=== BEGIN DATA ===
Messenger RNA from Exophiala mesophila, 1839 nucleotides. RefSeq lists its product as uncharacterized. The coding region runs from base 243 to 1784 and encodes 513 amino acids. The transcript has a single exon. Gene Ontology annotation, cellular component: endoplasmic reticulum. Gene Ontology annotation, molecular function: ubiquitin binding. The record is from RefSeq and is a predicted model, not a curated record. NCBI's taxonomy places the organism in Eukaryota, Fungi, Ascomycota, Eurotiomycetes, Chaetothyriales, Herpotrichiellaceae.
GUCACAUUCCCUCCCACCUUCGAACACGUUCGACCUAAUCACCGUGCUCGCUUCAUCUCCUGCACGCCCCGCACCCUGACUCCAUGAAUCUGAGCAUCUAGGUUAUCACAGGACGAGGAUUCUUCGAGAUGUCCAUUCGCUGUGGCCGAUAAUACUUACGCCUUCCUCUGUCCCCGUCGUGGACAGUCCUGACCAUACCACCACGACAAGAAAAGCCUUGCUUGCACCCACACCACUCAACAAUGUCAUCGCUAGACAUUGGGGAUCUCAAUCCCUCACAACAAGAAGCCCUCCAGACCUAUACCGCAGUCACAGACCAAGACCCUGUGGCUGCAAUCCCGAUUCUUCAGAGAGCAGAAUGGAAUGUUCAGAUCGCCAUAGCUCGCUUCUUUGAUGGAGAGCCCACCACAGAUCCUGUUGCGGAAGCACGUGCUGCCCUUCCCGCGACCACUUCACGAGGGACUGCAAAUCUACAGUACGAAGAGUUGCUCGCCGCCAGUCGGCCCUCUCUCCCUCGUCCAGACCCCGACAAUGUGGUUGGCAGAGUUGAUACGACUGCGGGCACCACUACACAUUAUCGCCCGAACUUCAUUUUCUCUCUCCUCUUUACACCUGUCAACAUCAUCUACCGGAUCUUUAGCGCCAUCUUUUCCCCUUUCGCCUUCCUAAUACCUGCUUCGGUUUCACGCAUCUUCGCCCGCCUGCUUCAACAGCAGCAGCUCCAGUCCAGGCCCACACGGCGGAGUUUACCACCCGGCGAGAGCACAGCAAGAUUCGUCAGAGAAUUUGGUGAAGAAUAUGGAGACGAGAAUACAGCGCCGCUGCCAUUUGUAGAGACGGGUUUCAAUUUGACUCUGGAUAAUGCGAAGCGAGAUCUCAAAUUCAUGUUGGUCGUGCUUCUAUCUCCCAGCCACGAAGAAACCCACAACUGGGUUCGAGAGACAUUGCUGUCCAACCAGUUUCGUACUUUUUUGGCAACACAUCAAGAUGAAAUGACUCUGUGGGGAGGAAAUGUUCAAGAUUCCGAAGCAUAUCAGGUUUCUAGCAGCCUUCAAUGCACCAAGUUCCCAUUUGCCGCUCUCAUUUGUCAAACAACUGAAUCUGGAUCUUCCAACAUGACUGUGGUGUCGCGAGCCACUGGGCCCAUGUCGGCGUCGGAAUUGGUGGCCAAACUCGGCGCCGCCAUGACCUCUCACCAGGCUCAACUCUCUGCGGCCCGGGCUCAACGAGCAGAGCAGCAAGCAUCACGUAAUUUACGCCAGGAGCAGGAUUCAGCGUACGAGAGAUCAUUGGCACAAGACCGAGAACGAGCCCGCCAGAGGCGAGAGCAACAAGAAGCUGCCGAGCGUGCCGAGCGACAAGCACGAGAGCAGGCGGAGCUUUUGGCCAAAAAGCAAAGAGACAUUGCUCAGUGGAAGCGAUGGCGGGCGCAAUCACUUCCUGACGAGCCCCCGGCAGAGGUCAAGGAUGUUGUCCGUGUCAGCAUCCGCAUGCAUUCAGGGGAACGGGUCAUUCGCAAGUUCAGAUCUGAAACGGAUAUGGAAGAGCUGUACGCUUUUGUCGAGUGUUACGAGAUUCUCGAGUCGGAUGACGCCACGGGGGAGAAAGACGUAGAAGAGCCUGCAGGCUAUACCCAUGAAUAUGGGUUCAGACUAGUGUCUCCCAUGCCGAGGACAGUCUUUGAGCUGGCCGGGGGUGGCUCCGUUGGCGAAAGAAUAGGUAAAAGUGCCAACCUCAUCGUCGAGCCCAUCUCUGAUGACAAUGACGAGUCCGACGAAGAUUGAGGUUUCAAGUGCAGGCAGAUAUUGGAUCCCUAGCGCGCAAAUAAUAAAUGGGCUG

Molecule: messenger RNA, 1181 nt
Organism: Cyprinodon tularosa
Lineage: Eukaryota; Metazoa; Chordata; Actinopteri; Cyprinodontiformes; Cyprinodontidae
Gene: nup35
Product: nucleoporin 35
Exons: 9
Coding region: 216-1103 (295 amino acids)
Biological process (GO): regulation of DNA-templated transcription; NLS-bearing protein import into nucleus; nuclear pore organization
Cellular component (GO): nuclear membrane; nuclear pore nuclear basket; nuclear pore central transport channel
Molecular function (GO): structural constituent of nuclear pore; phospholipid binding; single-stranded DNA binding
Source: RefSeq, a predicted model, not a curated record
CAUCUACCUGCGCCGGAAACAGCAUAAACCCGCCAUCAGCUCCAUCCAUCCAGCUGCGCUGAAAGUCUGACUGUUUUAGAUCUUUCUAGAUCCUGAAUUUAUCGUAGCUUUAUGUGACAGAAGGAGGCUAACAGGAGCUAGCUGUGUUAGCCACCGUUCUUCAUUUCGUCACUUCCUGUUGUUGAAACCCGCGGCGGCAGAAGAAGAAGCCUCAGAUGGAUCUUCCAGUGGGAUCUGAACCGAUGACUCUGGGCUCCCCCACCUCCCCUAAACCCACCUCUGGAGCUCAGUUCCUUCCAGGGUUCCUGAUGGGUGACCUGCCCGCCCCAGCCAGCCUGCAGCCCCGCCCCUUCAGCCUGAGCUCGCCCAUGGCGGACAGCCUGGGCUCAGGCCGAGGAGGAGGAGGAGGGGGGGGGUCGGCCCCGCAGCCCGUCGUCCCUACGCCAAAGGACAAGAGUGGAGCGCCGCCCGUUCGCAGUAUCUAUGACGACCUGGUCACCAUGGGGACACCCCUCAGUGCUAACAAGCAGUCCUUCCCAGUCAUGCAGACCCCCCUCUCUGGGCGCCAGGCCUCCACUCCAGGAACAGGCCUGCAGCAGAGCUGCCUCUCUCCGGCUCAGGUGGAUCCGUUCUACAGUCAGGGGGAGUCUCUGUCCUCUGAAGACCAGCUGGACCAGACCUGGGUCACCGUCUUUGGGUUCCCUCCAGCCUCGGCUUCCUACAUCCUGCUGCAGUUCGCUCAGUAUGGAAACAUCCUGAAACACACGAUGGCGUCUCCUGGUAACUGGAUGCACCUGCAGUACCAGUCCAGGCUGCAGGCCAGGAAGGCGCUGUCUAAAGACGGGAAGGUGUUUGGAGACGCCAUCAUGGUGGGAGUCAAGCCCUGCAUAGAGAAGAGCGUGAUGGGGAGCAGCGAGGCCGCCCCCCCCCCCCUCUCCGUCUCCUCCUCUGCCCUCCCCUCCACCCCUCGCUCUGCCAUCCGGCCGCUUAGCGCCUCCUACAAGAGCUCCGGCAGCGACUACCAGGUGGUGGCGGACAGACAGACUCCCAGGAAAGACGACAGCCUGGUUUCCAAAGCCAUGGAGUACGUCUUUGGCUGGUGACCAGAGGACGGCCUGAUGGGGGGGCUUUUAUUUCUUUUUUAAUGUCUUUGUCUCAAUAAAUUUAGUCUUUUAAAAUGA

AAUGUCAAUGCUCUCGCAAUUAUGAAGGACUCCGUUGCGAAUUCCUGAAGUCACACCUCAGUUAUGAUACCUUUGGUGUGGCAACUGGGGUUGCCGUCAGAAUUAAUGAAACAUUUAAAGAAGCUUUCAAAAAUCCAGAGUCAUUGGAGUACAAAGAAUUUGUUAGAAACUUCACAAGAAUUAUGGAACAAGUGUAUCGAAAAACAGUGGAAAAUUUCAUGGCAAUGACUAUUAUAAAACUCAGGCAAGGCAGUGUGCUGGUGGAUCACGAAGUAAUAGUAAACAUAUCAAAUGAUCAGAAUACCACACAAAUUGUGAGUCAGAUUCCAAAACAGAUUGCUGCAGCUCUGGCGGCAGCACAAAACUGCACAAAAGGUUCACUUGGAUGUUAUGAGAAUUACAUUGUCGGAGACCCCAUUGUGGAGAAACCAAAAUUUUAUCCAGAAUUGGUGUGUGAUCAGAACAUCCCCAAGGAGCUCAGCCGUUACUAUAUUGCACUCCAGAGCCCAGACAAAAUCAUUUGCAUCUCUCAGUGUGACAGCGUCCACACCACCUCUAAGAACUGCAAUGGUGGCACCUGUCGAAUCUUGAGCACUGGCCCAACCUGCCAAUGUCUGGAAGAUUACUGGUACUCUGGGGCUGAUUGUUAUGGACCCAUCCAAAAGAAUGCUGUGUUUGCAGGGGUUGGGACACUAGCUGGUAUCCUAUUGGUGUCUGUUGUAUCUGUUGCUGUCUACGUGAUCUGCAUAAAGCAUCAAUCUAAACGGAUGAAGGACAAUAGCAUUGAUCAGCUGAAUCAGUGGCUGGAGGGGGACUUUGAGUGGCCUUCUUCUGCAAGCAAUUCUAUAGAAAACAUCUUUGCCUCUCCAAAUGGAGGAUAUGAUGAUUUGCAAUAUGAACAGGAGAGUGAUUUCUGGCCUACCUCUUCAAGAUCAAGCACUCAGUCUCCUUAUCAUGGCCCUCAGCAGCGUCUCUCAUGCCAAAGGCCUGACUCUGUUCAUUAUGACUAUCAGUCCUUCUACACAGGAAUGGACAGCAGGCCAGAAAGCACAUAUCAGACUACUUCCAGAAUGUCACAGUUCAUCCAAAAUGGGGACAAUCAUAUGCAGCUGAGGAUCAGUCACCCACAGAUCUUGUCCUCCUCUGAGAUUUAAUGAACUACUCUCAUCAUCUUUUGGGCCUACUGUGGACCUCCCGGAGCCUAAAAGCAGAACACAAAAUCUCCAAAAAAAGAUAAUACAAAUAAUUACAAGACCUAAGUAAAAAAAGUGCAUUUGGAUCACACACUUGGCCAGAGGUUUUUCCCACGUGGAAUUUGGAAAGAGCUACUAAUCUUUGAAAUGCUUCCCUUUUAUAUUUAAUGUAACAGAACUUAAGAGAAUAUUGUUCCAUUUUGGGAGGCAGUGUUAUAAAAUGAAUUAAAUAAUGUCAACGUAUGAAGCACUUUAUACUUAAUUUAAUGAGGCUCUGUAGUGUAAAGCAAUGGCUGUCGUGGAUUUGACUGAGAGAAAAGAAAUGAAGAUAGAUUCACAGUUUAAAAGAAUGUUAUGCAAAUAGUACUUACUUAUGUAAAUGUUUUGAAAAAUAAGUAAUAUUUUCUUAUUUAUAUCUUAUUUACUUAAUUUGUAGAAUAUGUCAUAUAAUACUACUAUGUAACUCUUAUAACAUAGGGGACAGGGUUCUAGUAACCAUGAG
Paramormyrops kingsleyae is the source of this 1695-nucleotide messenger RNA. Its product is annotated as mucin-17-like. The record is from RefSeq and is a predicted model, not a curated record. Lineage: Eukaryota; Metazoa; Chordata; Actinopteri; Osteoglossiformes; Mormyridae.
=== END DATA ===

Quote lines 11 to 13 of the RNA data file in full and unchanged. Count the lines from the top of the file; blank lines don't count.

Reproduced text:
Cellular component (GO): nuclear membrane; nuclear pore nuclear basket; nuclear pore central transport channel
Molecular function (GO): structural constituent of nuclear pore; phospholipid binding; single-stranded DNA binding
Source: RefSeq, a predicted model, not a curated record